If you are considering the possibility of bankruptcy, below is some general information concerning the process. For more detailed information specific to your situation, please contact our office to schedule a consultation.
To begin the process, you are required to complete a Credit Counseling Course. It can be taken online or over the telephone. There are several companies that provide these courses, however the company must be approved by the Court in order for the course to be valid. You cannot file your bankruptcy until this is done, and it must be completed within 180 days of filing bankruptcy.
The moment a bankruptcy is filed, an injunction called “the automatic stay” immediately arises. This prevents creditors from taking any action against you that is an attempt to collect a debt without first receiving permission from the Bankruptcy Court. That means, creditors cannot call you, write you, sue you, garnish your wages or take any steps to collect a debt that you owe without permission. If you file bankruptcy and a creditor calls you, please inform them that you have filed and have them contact my office. If they continue to bother you, please contact my office as soon as you can.
Within 20-30 days, you will be required to attend your First Meeting of Creditors. You will be notified of the exact date and time within a few days of filing. At the First Meeting of Creditors, you will be placed under oath and asked a few questions by the Trustee. It is also the opportunity for any creditors to ask you questions. The most common questions asked are as follows:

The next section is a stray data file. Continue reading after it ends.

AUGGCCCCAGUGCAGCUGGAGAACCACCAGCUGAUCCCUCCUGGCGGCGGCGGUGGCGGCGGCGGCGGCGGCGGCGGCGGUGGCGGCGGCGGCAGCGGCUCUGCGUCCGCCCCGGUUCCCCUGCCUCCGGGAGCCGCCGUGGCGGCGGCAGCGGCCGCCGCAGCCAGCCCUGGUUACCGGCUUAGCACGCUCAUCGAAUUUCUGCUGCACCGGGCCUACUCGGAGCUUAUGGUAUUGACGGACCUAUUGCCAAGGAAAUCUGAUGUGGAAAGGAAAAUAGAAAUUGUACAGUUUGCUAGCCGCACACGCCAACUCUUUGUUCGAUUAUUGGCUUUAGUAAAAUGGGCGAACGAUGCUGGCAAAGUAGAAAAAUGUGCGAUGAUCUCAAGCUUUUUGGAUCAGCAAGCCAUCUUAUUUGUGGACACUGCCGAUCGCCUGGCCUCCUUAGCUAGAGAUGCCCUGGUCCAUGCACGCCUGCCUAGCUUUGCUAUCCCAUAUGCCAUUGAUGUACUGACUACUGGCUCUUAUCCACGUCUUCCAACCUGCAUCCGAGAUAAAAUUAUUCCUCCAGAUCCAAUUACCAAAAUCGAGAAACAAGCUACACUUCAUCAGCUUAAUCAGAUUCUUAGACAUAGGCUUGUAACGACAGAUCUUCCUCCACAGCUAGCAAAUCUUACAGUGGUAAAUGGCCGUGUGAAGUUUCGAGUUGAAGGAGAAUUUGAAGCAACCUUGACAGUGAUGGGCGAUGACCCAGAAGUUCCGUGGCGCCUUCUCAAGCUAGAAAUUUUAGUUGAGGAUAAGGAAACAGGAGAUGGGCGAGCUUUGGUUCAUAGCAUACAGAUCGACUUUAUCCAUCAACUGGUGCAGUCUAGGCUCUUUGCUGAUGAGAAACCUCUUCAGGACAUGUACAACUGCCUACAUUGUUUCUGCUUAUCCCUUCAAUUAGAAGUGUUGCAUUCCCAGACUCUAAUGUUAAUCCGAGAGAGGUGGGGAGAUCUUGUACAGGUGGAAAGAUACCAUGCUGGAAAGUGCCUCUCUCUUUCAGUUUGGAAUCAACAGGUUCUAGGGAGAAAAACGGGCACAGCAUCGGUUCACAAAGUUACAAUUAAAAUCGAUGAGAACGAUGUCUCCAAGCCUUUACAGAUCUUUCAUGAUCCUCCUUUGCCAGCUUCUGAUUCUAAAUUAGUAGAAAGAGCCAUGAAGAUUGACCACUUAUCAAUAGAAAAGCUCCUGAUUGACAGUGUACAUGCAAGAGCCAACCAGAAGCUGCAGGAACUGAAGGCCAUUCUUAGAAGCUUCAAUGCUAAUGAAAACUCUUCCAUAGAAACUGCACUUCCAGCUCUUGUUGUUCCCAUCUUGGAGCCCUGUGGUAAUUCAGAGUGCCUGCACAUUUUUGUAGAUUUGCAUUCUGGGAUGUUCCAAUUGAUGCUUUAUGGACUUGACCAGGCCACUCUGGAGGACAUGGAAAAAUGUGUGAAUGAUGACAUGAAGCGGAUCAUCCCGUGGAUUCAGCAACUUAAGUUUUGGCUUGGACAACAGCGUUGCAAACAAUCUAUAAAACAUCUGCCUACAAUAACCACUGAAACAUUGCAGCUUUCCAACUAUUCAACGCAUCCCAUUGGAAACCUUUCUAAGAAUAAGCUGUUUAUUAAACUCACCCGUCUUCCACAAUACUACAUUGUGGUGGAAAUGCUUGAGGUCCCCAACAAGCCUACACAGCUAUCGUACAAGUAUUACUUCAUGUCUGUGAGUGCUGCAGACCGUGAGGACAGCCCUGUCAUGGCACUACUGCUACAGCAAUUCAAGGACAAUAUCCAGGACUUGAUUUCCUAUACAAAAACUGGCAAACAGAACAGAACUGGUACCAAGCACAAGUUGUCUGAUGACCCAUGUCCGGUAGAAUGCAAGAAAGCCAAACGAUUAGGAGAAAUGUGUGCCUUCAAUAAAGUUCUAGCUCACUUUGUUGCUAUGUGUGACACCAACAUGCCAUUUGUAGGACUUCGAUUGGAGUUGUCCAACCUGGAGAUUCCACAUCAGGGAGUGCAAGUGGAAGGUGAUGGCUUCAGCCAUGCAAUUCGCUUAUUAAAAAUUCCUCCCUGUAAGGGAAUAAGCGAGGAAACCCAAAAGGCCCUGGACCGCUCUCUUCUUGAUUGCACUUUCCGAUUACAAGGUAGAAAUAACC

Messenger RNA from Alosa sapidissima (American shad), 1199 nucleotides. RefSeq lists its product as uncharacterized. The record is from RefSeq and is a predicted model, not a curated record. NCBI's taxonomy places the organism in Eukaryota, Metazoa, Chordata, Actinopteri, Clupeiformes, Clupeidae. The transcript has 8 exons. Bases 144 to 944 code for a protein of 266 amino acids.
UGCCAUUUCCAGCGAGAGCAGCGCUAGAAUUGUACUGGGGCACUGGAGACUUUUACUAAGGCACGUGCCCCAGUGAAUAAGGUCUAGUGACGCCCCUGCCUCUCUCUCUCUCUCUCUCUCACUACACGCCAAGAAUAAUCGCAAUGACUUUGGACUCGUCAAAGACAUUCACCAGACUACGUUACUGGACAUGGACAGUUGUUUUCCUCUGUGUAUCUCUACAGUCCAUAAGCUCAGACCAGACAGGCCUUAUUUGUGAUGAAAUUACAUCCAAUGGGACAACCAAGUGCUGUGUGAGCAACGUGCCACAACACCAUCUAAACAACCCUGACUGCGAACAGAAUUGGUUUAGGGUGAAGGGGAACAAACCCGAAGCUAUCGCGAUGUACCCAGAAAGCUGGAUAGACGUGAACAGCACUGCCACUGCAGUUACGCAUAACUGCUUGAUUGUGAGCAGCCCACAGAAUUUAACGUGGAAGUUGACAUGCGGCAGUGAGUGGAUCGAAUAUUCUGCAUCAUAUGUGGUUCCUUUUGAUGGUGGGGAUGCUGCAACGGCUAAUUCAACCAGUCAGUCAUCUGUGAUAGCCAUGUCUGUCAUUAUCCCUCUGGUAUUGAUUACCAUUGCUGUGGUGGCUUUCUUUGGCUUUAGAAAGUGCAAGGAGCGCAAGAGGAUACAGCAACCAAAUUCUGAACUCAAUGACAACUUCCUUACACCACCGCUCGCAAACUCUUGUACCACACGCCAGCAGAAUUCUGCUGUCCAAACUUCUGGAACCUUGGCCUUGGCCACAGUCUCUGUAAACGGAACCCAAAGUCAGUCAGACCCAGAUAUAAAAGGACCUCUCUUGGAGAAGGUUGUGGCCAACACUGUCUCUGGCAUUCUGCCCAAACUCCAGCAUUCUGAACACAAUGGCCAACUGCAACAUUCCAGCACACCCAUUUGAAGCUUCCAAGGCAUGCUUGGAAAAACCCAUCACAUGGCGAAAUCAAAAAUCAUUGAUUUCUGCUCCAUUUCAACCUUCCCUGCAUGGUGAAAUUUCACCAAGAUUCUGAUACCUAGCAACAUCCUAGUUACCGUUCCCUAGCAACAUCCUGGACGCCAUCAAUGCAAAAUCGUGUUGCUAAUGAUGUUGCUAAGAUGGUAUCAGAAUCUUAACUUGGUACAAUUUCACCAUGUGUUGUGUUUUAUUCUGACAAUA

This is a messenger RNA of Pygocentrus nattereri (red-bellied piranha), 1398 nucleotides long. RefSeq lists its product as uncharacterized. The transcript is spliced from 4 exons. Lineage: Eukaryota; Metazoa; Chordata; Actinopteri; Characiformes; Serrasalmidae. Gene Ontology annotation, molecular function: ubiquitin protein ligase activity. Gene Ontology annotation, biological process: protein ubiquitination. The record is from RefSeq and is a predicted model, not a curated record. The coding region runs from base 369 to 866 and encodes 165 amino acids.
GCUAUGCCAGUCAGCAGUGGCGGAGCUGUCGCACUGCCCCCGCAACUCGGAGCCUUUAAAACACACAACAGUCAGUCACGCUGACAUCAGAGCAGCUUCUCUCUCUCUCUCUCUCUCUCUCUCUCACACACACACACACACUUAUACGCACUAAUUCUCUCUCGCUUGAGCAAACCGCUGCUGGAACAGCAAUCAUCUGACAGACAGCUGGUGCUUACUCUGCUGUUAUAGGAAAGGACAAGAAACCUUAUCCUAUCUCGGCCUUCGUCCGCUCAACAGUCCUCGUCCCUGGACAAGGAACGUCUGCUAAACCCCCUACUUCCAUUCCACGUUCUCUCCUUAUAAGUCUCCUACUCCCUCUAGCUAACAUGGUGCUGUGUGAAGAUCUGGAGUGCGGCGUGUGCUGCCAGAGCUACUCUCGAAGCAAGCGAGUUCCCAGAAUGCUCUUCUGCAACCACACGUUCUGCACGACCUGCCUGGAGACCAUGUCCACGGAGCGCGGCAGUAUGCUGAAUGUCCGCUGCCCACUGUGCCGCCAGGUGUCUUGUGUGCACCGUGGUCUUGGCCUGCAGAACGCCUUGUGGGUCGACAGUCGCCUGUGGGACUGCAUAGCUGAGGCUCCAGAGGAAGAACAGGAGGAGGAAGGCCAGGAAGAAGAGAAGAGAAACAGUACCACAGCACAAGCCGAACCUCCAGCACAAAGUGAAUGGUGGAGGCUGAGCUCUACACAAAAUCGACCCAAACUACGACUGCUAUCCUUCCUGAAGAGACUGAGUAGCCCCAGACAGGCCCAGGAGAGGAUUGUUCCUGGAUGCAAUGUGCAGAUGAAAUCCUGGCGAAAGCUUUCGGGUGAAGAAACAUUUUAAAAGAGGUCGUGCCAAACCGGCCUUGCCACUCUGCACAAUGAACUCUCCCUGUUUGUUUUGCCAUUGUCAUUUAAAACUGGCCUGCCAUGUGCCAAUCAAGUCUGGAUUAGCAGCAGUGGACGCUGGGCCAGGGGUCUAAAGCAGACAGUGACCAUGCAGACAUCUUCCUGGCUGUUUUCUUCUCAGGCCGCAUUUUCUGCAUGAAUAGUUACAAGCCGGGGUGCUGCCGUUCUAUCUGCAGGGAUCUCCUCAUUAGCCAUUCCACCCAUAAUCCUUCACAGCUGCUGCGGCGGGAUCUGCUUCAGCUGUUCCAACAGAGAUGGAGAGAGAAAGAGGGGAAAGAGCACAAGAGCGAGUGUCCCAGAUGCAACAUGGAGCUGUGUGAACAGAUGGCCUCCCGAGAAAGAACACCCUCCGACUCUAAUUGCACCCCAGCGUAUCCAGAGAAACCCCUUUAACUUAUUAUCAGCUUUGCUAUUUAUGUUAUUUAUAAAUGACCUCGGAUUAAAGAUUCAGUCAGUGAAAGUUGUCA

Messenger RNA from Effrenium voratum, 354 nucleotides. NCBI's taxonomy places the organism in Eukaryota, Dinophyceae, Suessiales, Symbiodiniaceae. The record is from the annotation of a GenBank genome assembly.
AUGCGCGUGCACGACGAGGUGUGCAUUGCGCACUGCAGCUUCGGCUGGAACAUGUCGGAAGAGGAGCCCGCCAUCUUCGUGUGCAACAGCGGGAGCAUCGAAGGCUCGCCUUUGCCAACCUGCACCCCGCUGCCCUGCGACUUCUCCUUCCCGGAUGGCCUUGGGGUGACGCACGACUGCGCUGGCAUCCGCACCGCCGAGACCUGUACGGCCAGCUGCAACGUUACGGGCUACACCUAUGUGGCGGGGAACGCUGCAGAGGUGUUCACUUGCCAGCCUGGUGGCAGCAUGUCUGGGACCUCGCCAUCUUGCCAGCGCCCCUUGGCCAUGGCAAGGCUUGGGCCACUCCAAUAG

- Did you provide your attorney all of the information necessary to prepare your petition and schedules?
- Is all the information contained in your petition and schedules correct?
- Did you list all of your assets?
- Did you list all of your debts?
- Have you ever filed a bankruptcy before?
- Do you owe a domestic support obligation such as alimony or child support?
- Did you read and sign your petition before it was filed?
- What is your income?
- How are you paid?
- Do you own a house or land, and if so, do you know what the house/land is worth?
Depending upon the specific circumstances, there may be ways to protect certain property like a car or home. If the Debtor qualifies and the Creditor agrees, a Debtor may enter into a “Reaffirmation Agreement”. This allows a Debtor to keep his or her property and continue to pay for it just as if he or she had not filed bankruptcy. Again, you should consult with an attorney about your special set of circumstances to see if a reaffirmation agreement is right for you.
In some cases, Chapter 13, also known as a “Reorganization” bankruptcy, is the right approach. In Chapter 13 cases, the Debtor will propose a payment plan to pay back all or part of his or her creditors. In most cases, the Debtor will keep certain property like a car and/or house.
Whether you are filing a Chapter 7 bankruptcy or a Chapter 13 bankruptcy, the goal is to receive a discharge of your debts. This means you do not have to pay the debts you have listed in your bankruptcy and no creditor can sue you to try to collect that debt. There are some types of debts, however, that are non-dischargeable. They include, but are not limited to, most taxes and student loans; debts incurred to pay nondischargeable taxes; domestic support and property settlement obligations; most fines, penalties, forfeitures, and criminal restitution obligations; certain debts which are not properly listed in your bankruptcy papers; and debts for death or personal injury caused by operating a motor vehicle, vessel, or aircraft while intoxicated from alcohol or drugs. Also, if a creditor can prove that a debt arose from fraud, breach of fiduciary duty, or theft, or from a willful and malicious injury, the bankruptcy court may determine that the debt is not discharged.
For more information about bankruptcy and whether it is the right option for you, please contact us to schedule a consultation.
King & King, PLC is a debt relief agency. We help people file for bankruptcy under the bankruptcy code.